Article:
"If a person has attained the firm knowledge that he is not an object of perception, but is that pure consciousness which shines clearly in the states of waking, dream and deep sleep, and which, as the witness of the whole universe, dwells in all bodies from that of the creator, Brahma, to that of the ant, then he is my Guru, irrespective of whether he is an outcast or a Brahmana. This is my conviction."

    "Neither am I bound by sacred hymns nor sacred places, neither by sacred scriptures nor sacrifices"

    In Adi Shankara's, compositions the power of Advaita is very eloquently described through neti or negation of differences, distinctions and definitions. By repeatedly saying 'I am not this, not this, not this', Shankara's philosophy takes everybody along, and brings an unprecedented equality, whose lack was the reason why Hinduism was heavily criticised.

    In Nirvana Shatakam, or six stanzas on Salvation, Shankara writes:

    "Neither am I bound by merits nor sins, neither by worldly joys nor by sorrows,

    Neither am I bound by sacred hymns nor by sacred places, neither by sacred scriptures nor by sacrifices,

    I am neither enjoyment (experience), nor an object to be enjoyed (experienced), nor the enjoyer (experiencer),

    Neither am I bound by death and its fear, nor by the rules of caste and its distinctions,

    I am without any variation, and without any form,

    I am present everywhere as the underlying substratum of everything, and behind all sense organs,

    I am the ever pure blissful consciousness."

    'A good choice'

    Uma Shankar, a professor of philosophy at Bombay University, says naming Shankara as the national philosopher is fantastic news.

    "The highest truths in all religions are an offshoot of Shankara. I think his philosophy encapsulates the core of all religions. Shankara's was a complete system of thought, which is very satisfying and fulfilling to understand," Shankar says.

    "While he taught that the same consciousness exists in everybody, he left the doors open on how one wanted to practice that philosophy. While he encouraged meditation and introspection, he left the doors open to idol worshippers and those who found it hard to disconnect from ritualistic practices.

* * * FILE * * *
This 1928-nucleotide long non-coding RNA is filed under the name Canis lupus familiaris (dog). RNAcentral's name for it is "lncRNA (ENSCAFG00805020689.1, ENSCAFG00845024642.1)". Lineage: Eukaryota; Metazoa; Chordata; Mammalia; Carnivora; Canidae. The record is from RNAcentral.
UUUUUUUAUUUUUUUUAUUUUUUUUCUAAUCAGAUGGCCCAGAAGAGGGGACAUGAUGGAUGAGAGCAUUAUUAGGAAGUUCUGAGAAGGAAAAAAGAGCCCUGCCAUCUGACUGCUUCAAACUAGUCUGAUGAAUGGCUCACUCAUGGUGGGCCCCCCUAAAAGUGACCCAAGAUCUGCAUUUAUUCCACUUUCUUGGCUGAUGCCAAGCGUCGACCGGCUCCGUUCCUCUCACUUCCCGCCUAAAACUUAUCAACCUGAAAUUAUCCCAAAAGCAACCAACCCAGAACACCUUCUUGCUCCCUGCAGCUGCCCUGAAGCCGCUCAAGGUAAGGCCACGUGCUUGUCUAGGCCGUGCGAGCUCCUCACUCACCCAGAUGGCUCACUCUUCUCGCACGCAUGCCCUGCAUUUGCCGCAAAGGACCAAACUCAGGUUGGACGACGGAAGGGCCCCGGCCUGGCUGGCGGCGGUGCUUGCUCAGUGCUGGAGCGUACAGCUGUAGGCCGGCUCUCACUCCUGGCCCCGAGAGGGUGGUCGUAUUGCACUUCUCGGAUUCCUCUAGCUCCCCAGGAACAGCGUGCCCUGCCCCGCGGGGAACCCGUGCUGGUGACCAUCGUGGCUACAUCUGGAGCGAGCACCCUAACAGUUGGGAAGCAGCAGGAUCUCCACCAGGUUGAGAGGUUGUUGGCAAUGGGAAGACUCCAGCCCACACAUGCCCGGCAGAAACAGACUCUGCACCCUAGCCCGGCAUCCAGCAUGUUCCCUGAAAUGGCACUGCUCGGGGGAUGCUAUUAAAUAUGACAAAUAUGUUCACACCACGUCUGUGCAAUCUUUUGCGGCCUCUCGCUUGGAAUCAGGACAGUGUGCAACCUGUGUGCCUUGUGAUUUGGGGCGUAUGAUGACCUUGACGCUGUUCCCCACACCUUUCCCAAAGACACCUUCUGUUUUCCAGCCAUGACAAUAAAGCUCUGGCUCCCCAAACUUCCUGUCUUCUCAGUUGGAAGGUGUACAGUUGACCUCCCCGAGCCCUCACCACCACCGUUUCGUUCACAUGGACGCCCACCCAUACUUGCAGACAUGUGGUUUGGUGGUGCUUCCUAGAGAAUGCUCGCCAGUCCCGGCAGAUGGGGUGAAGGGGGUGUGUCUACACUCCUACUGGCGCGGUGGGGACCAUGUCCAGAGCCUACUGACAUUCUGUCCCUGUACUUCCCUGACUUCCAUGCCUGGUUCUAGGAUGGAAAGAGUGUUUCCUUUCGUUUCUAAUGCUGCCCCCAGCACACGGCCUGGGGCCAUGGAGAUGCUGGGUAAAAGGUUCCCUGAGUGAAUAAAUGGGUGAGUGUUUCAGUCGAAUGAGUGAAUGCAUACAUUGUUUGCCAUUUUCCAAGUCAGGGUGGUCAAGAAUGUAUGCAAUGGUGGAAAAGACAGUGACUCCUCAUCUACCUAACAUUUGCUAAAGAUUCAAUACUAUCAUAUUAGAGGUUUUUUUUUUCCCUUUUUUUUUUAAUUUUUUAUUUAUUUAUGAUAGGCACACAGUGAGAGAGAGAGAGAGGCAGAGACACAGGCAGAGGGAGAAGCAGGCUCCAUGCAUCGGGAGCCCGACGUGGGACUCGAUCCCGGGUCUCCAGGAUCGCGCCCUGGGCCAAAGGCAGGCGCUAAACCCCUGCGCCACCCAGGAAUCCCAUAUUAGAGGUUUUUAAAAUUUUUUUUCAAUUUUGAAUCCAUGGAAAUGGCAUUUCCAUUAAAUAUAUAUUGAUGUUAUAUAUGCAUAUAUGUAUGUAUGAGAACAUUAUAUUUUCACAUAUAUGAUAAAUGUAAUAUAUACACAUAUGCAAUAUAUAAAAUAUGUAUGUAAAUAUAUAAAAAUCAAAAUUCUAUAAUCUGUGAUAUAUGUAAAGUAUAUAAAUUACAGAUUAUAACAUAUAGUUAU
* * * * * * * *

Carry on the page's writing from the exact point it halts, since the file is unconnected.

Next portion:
The Advaita philosophy also predicts that for the earnest seeker, rituals and hard and fast rules and restrictions are practices that would automatically drop as the soul becomes more realised during the course of the spiritual journey.

    "Shankara was a unifier. By establishing the four dhams, he established a grand plan where the bastion of dharma was maintained. The Maths were ideal places where one could learn how to live in this world perfectly and go back refreshed. Shankara's Hinduism was very tolerant," says Christopher Quilkey, editor of The Mountain Path, a spiritual quarterly magazine published by Sri Ramanasramam in Tiruvannamalai, Tamil Nadu.

    Can BJP subscribe to Advaita?

    The important question the BJP has to answer is this: can this government wear the Advaitic lens and rise above divisive politics? Can it learn something from Shankara and learn to see the same consciousness in every religious sect, caste, creed, sexuality, language, ethnicity and demography? Can it learn to rule as an equal government for all?

    Only by allowing such philosophy to instil tolerance and equality in India's polity will Shankara be truly commemorated.

    Edited by Shreyas Sharma

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    First published: 1 June 2016, 7:24 IST
    Shriya Mohan @ShriyaMohan

    An editor and writer of development stories at Catch, Shriya has 8 years of experience as a development journalist, holds a Masters degree in Public Policy from the National University of Singapore and is a two-time winner of the National Foundation for India media fellowship award. When she isn't exploring the universe with her two-year-old daughter, she chronicles public anger and shelters relevant stories that don't hang sexily on news pegs.